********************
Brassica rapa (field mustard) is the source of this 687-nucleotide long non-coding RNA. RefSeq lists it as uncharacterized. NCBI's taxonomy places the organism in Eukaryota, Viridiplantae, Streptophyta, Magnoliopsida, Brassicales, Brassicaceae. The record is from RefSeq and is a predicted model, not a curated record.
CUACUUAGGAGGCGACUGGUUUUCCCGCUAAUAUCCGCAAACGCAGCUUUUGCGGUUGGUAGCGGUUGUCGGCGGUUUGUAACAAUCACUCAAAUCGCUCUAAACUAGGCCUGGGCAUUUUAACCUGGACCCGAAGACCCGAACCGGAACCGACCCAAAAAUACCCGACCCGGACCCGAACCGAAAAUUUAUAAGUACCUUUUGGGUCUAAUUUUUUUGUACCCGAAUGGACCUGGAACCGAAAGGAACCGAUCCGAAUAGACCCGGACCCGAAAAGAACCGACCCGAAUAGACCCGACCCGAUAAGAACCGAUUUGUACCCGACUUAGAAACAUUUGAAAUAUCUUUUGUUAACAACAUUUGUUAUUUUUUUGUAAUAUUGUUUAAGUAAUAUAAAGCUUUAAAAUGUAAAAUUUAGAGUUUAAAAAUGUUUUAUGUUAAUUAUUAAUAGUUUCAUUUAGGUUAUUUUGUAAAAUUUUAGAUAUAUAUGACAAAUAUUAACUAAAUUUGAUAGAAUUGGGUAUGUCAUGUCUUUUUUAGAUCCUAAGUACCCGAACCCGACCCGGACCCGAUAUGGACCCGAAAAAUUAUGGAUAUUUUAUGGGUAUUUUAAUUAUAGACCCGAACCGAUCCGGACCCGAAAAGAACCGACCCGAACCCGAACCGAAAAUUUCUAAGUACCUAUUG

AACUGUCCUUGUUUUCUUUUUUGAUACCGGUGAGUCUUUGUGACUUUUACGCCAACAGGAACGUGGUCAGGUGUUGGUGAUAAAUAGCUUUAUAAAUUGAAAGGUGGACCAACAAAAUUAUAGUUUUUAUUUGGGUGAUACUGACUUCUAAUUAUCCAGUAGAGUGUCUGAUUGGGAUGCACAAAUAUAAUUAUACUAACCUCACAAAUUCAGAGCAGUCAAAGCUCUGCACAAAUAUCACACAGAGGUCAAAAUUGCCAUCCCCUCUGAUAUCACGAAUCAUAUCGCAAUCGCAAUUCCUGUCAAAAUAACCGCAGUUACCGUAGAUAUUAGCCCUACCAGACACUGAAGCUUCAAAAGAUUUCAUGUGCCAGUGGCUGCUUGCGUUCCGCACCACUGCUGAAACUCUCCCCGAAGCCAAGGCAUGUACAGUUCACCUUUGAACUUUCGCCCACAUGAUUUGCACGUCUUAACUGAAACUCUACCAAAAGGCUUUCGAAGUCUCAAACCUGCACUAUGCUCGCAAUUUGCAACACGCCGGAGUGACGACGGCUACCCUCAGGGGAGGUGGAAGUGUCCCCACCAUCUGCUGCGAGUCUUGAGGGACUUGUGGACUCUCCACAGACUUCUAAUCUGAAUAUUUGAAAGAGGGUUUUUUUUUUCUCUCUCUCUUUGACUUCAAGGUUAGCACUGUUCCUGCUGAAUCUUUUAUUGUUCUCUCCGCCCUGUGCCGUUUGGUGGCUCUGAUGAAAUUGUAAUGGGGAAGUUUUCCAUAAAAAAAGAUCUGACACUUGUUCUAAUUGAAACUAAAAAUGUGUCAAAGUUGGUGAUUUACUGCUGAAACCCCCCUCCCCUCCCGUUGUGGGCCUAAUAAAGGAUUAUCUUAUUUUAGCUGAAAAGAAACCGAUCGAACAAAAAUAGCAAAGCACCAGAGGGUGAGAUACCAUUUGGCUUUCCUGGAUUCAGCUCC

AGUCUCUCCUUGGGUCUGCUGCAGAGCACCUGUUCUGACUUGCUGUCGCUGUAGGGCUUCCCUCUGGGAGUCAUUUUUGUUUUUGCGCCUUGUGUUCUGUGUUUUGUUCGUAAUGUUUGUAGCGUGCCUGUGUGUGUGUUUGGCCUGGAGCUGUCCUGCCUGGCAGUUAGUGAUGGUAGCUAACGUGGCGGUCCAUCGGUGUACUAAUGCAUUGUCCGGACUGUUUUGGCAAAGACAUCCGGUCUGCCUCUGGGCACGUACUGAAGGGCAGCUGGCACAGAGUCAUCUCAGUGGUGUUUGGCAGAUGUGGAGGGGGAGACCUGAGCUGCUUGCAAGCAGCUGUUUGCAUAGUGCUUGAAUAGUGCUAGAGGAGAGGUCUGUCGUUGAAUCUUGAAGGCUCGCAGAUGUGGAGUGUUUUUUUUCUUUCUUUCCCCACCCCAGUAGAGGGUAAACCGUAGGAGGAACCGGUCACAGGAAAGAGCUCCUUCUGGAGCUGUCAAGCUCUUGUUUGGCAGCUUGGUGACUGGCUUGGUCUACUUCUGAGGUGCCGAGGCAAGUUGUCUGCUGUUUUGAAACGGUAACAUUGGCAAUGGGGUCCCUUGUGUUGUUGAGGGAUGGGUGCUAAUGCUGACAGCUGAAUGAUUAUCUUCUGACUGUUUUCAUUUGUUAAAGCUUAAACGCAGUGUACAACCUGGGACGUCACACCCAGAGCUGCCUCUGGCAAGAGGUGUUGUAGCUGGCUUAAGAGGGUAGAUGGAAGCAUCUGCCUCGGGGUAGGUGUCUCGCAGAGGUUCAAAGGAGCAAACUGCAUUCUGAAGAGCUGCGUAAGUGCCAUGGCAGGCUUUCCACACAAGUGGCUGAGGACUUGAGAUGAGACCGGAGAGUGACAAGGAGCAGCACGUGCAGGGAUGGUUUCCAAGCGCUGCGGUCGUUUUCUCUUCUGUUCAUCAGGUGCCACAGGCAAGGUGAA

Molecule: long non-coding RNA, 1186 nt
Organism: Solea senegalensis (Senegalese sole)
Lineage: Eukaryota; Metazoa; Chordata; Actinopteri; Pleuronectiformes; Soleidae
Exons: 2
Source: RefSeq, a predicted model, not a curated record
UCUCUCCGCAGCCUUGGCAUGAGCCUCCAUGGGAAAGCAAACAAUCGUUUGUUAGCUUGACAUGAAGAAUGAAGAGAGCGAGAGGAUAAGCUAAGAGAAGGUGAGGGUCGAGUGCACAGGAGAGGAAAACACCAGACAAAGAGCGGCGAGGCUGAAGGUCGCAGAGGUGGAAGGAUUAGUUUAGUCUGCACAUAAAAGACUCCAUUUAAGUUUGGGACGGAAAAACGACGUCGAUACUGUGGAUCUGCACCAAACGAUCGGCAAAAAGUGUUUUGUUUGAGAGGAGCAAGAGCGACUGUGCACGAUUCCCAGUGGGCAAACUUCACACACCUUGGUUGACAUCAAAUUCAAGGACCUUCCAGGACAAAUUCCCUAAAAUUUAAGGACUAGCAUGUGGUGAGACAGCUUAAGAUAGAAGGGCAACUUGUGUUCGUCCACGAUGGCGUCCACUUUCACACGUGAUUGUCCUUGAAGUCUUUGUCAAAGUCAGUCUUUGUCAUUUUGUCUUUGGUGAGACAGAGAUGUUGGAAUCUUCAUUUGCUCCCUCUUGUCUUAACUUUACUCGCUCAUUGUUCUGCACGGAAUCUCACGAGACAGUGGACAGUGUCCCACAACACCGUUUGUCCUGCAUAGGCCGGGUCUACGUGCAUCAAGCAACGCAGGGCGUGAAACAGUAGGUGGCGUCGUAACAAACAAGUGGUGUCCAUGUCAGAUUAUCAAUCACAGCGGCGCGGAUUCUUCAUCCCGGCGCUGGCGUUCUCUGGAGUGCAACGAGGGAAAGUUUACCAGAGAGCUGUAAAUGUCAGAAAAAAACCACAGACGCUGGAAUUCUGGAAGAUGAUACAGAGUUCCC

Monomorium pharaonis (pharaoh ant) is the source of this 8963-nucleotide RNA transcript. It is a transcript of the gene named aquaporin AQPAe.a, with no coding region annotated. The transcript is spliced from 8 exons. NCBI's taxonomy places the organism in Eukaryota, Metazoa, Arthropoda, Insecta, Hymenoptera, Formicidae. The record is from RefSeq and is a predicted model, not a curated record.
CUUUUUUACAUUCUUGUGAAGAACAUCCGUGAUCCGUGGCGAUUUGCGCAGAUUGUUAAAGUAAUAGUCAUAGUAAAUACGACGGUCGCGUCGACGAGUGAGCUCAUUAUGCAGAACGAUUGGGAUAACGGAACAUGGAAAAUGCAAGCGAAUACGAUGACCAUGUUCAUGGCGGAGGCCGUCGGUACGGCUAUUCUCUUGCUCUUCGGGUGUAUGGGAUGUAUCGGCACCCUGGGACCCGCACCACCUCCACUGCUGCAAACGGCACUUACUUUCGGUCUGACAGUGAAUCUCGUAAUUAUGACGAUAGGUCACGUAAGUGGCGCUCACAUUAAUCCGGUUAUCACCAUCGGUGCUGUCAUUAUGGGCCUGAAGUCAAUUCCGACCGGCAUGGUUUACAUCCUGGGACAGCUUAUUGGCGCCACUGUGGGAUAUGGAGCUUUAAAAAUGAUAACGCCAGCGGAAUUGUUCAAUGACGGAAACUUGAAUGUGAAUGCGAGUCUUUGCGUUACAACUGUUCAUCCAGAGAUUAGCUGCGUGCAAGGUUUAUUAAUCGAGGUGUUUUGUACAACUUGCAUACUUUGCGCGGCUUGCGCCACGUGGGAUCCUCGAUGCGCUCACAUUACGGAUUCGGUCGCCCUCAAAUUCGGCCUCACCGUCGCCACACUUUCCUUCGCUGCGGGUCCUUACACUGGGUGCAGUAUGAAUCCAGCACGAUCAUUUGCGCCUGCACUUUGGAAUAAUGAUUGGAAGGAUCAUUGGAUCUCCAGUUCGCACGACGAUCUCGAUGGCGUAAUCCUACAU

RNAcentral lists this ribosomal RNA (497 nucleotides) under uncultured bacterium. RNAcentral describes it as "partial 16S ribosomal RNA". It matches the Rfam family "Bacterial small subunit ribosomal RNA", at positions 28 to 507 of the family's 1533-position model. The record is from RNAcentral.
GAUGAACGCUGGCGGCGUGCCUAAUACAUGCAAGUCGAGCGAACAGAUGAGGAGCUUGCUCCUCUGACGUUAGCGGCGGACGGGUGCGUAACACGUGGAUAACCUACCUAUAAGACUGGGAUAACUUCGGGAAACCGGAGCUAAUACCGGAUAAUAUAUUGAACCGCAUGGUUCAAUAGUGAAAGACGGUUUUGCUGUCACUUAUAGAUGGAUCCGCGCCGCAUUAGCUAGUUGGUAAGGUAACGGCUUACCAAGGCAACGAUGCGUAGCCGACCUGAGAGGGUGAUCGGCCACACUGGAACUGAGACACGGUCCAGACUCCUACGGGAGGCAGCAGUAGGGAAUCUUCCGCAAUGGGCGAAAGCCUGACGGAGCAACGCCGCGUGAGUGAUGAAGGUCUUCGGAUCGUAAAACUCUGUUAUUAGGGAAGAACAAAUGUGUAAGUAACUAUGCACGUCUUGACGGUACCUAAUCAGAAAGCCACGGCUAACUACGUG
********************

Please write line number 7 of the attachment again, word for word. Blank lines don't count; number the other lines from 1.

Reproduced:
Lineage: Eukaryota; Metazoa; Chordata; Actinopteri; Pleuronectiformes; Soleidae